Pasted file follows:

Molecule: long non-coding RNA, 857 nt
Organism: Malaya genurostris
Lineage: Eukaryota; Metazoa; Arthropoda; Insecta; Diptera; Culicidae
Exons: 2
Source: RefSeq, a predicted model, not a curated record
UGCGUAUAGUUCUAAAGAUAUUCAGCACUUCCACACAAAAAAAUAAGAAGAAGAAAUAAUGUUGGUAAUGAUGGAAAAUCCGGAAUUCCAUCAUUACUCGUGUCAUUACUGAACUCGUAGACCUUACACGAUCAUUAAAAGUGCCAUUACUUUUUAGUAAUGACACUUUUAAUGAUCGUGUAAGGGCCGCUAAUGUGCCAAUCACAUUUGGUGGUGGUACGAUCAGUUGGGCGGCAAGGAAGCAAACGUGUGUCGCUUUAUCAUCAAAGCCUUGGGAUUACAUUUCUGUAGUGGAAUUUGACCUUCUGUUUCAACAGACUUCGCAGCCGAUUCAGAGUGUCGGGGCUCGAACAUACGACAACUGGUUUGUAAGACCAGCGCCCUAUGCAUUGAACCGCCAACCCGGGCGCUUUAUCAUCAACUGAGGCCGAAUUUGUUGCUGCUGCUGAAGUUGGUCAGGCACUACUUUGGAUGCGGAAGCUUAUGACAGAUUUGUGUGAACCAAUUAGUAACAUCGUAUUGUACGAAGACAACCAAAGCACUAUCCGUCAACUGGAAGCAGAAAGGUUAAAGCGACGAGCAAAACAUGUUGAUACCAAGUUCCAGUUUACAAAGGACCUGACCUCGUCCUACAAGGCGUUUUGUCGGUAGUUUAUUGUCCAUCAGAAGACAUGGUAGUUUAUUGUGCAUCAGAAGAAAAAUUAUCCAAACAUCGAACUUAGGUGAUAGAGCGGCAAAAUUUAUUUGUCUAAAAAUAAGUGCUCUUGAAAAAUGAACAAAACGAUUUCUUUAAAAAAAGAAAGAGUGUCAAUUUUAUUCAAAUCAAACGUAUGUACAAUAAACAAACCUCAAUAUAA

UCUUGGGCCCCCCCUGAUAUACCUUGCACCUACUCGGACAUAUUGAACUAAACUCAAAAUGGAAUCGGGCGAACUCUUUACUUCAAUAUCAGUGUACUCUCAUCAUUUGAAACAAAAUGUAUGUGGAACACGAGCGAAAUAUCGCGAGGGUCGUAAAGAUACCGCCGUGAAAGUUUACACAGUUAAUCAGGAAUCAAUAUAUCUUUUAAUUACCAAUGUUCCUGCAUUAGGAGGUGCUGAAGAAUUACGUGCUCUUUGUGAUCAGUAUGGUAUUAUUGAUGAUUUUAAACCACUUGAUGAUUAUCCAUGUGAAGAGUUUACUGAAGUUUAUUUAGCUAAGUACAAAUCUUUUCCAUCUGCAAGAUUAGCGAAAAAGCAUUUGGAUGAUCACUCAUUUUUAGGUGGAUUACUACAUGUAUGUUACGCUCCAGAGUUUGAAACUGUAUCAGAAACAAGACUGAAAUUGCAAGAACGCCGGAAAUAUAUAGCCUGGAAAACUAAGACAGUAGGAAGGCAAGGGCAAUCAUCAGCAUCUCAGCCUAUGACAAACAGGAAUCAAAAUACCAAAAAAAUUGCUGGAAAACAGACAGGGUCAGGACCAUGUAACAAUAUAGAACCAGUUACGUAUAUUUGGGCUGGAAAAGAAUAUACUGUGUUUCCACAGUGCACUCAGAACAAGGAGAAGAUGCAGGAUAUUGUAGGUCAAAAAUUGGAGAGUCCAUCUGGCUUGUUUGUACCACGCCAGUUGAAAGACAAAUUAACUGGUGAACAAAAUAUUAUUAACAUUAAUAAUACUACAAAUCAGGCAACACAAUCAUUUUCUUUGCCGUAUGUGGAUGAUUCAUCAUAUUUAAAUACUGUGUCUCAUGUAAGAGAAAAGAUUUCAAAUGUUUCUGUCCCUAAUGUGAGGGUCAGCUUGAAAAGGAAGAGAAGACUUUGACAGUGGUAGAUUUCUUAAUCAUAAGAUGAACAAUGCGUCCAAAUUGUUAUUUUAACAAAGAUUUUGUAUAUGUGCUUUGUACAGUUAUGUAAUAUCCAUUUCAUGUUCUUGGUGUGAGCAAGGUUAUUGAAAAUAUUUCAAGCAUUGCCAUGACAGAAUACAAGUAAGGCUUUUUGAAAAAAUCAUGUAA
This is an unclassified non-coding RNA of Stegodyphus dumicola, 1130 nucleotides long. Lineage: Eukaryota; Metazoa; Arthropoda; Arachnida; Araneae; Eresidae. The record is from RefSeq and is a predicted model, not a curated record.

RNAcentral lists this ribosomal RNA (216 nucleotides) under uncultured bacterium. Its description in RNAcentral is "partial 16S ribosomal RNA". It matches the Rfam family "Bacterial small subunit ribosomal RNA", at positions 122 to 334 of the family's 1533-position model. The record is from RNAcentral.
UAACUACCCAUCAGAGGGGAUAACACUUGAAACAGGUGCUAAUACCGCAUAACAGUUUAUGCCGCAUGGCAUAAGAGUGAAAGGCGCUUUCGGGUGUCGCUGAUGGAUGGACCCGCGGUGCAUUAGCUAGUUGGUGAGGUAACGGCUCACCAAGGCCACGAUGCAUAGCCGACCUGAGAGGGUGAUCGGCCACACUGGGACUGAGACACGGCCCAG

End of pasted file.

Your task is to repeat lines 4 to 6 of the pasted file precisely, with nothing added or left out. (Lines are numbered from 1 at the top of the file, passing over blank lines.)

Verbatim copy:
Exons: 2
Source: RefSeq, a predicted model, not a curated record
UGCGUAUAGUUCUAAAGAUAUUCAGCACUUCCACACAAAAAAAUAAGAAGAAGAAAUAAUGUUGGUAAUGAUGGAAAAUCCGGAAUUCCAUCAUUACUCGUGUCAUUACUGAACUCGUAGACCUUACACGAUCAUUAAAAGUGCCAUUACUUUUUAGUAAUGACACUUUUAAUGAUCGUGUAAGGGCCGCUAAUGUGCCAAUCACAUUUGGUGGUGGUACGAUCAGUUGGGCGGCAAGGAAGCAAACGUGUGUCGCUUUAUCAUCAAAGCCUUGGGAUUACAUUUCUGUAGUGGAAUUUGACCUUCUGUUUCAACAGACUUCGCAGCCGAUUCAGAGUGUCGGGGCUCGAACAUACGACAACUGGUUUGUAAGACCAGCGCCCUAUGCAUUGAACCGCCAACCCGGGCGCUUUAUCAUCAACUGAGGCCGAAUUUGUUGCUGCUGCUGAAGUUGGUCAGGCACUACUUUGGAUGCGGAAGCUUAUGACAGAUUUGUGUGAACCAAUUAGUAACAUCGUAUUGUACGAAGACAACCAAAGCACUAUCCGUCAACUGGAAGCAGAAAGGUUAAAGCGACGAGCAAAACAUGUUGAUACCAAGUUCCAGUUUACAAAGGACCUGACCUCGUCCUACAAGGCGUUUUGUCGGUAGUUUAUUGUCCAUCAGAAGACAUGGUAGUUUAUUGUGCAUCAGAAGAAAAAUUAUCCAAACAUCGAACUUAGGUGAUAGAGCGGCAAAAUUUAUUUGUCUAAAAAUAAGUGCUCUUGAAAAAUGAACAAAACGAUUUCUUUAAAAAAAGAAAGAGUGUCAAUUUUAUUCAAAUCAAACGUAUGUACAAUAAACAAACCUCAAUAUAA